Tradition would dictate that the woman from Kansas should fear the wrath of the great and powerful Oz.
But Elaine Nekritz didn't heed those warnings, choosing instead to cross arguably the most powerful man in Illinois politics: House Speaker and Democratic Party Chairman Michael Madigan, a move she cites three years later as the defining moment of her legislative career thus far.
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It was February 2009, and Nekritz, then a six-year Democratic state representative from Northbrook, had a problem with the rules that dictated how the House would conduct its work over the next two years -- rules that offer Madigan certain advantages in controlling action at the state Capitol.
"From the research I've done, our rules are more leadership-centered than other states," Nekritz said during an interview this month in Springfield. For instance, no House committee can hold a meeting without Madigan's approval.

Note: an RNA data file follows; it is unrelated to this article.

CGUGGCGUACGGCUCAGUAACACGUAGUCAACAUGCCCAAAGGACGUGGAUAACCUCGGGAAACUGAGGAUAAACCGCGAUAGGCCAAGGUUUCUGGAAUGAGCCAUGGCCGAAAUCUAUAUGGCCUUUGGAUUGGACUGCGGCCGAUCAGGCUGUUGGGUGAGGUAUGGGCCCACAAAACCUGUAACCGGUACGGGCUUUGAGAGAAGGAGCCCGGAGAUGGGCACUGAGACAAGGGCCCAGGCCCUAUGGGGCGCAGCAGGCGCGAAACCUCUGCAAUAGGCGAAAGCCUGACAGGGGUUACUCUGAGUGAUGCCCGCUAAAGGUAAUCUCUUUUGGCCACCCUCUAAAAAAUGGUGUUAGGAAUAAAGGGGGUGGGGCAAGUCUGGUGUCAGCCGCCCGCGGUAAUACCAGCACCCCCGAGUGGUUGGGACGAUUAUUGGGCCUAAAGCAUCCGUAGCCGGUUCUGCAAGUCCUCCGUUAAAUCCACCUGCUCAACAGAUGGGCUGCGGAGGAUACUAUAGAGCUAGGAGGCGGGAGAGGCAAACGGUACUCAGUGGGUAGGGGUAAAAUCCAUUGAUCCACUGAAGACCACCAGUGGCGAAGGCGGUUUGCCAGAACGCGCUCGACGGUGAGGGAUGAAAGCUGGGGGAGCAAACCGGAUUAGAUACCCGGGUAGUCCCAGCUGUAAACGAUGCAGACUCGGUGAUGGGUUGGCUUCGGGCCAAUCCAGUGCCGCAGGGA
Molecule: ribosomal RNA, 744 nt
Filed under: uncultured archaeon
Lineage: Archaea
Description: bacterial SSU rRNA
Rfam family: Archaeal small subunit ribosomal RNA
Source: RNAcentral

"If he doesn't like it, nothing happens," Nekritz said.
Her "no" vote on the House rules was picked up by only two media outlets -- one of them a political blog, the other, the Daily Herald. But those inside political circles remember.
"That took gumption," state Rep. Dennis Reboletti, an Elmhurst Republican, said.
Nekritz says she wasn't sure how Madigan would react.
But three years later, she has found herself behind the curtain -- arguably closer than a majority of her peers to Madigan's inner circle. She chairs several high-profile committees and spends hours each week at the leadership table inside Madigan's Springfield office, reviewing pending legislation.
"Very recently, Elaine has really taken some significant steps," Madigan said in an interview one recent morning, leaning back in his swivel chair, his hands folded.
Those steps could hurt Nekritz's image as an independent voice, says Rabbi Jonathan Greenberg, Nekritz's Republican opponent in the Nov. 6 election, criticizing a "disturbing lack of public negotiation" in the House under Madigan's leadership.
"Elaine is headed down that same path," the Northbrook Republican said.